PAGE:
Berkeley Haas PhD alumnus Matteo Maggiori has been awarded the American Finance Association’s 2021 Fischer Black Prize, which honors the top finance scholar under 40.
Maggiori, PhD 12, is an international macroeconomics and finance scholar whose research topics have included the analysis of international capital flows, exchange rate dynamics, bubbles, and the role of tax havens. He is an associate professor at the Stanford Graduate School of Business, a research associate with the National Bureau of Economic Research, and a research affiliate at the Center for Economic Policy Research.
“I was deeply honored to receive the call saying that I had been awarded the Fischer Black Prize. The list of previous winners is a humbling one to join, including Berkeley Haas’ own Ulrike Malmendier, the first woman to receive the prize, who I looked up to tremendously as a student—and I still do,” Maggiori said. “I am very grateful to my Berkeley advisors. They played a crucial role in my academic development, and it is wonderful to have an occasion to say a public ‘thank you.’”
Malmendier was awarded the 2013 prize, given biennially since 2003 to honor the memory of Fischer Black, who developed (with Myron Scholes) the Nobel Prize-winning Black-Scholes Option Pricing Model. Considered the most prestigious honor for young researchers in the field, the prize is awarded for a body of work that “best exemplifies the Fischer Black hallmark of developing original research that is relevant to finance practice.”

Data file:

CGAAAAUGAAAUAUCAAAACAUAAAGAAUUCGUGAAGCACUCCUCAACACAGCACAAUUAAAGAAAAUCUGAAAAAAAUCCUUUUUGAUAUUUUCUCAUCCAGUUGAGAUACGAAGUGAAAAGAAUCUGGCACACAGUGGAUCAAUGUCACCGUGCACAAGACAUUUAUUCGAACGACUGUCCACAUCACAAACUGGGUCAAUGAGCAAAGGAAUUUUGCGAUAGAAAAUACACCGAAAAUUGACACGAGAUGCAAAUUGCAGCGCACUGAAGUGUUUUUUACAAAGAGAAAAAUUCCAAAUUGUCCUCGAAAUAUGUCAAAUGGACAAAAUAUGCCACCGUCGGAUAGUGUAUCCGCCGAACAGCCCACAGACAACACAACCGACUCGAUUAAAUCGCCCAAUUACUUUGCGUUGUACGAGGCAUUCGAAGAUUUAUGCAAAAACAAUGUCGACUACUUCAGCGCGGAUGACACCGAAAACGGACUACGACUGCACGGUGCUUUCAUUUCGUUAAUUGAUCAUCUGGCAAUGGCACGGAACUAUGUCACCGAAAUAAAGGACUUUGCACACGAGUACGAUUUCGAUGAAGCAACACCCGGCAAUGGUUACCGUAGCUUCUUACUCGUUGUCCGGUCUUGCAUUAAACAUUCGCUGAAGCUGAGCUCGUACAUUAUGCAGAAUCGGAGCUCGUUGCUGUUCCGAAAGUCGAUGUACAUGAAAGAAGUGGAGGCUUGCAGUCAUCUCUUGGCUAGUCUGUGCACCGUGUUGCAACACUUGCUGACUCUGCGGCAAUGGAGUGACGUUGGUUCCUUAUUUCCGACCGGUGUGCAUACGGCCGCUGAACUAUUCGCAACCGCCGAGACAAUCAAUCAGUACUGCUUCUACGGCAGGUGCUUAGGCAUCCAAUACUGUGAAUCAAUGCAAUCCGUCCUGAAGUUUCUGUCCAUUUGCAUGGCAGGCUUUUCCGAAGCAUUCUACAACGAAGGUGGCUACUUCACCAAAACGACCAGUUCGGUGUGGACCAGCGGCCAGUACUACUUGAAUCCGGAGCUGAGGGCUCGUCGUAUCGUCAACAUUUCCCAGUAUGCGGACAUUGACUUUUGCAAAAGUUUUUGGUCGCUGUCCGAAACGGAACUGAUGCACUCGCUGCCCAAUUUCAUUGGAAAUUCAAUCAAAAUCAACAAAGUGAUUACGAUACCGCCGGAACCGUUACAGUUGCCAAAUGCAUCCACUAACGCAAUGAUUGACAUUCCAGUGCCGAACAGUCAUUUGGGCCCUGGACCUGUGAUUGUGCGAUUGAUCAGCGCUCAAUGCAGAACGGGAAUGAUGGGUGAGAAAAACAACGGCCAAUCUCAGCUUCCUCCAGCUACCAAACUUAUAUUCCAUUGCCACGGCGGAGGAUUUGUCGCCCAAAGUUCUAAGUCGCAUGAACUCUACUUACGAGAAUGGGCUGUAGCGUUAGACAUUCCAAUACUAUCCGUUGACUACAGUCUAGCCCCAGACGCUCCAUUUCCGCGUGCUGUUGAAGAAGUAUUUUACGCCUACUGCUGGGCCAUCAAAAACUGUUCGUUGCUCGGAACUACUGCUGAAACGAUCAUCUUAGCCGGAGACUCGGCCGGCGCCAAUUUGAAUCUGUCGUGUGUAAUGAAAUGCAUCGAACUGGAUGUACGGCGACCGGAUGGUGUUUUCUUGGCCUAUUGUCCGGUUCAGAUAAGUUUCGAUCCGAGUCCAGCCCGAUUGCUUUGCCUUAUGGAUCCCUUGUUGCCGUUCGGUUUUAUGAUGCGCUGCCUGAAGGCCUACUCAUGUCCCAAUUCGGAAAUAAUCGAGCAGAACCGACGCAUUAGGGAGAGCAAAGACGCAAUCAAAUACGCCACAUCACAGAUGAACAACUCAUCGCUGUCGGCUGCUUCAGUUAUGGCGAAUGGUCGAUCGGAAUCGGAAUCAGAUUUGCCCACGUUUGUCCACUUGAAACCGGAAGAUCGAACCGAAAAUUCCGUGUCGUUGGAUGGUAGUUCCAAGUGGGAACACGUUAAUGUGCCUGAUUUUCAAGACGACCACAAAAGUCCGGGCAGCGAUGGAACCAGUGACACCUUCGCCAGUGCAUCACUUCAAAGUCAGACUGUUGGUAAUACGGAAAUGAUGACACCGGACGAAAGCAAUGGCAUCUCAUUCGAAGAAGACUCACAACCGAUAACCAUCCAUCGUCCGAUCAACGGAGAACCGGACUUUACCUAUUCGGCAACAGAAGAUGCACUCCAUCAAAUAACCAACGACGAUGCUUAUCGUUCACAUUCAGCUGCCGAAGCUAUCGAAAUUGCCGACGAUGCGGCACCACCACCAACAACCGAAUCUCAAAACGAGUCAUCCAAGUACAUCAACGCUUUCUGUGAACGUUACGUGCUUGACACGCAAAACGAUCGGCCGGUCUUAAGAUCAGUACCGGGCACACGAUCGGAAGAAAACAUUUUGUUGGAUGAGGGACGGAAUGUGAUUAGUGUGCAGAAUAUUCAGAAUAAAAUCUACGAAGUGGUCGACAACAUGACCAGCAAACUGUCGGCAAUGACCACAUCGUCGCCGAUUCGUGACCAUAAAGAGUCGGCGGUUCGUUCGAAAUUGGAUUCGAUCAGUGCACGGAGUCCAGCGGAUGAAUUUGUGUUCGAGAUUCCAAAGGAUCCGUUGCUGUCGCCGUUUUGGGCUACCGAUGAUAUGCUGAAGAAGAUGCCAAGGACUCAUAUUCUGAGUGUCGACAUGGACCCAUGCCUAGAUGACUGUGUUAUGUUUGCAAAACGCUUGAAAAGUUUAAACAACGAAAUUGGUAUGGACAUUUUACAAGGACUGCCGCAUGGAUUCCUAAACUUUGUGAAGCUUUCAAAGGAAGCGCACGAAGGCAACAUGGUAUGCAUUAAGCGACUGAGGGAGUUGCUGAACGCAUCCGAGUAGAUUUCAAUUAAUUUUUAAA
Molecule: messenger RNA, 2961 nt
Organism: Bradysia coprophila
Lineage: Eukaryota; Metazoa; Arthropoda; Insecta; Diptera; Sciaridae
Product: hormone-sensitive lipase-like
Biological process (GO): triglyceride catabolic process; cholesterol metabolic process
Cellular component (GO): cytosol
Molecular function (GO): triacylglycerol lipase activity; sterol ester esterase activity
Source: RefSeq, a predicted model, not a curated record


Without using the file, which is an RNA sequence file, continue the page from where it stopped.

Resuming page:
As a doctoral student at Haas, Maggiori studied with Prof. Martin Lettau, with whom he co-authored a paper that won the 2013 AQR Insight Award. (Michael Weber, PhD 14, also served as a co-author.) He was chosen in 2012 to participate in the prestigious Review of Economics Studies May Meetings, an honor given to the seven most promising graduating doctoral students in the world to present their research at several European Universities.
“Matteo was a brilliant Ph.D. student and has already made an impact on the profession. He will continue to be a leader in the field for years to come,” said Lettau, who served as one of Maggiori’s advisors along with Prof. Nicolae Gârleanu, Prof. Pierre-Olivier Gourinchas, and Prof. Emeritus Andrew Rose of Berkeley Haas, along with Prof. Maurice Obstfeld of Berkeley Economics. “We’re proud that he has been recognized with the most prestigious award for young financial economists.”
Maggiori is a recipient of a 2019 Guggenheim Fellowship, and the 2019 Carlo Alberto Medal for the best Italian Economist under the age of 40. He also won the 2017 AQR Young Researcher Award. He previously served as an associate professor of economics at Harvard University and as an assistant professor at the Stern School of Business at New York University.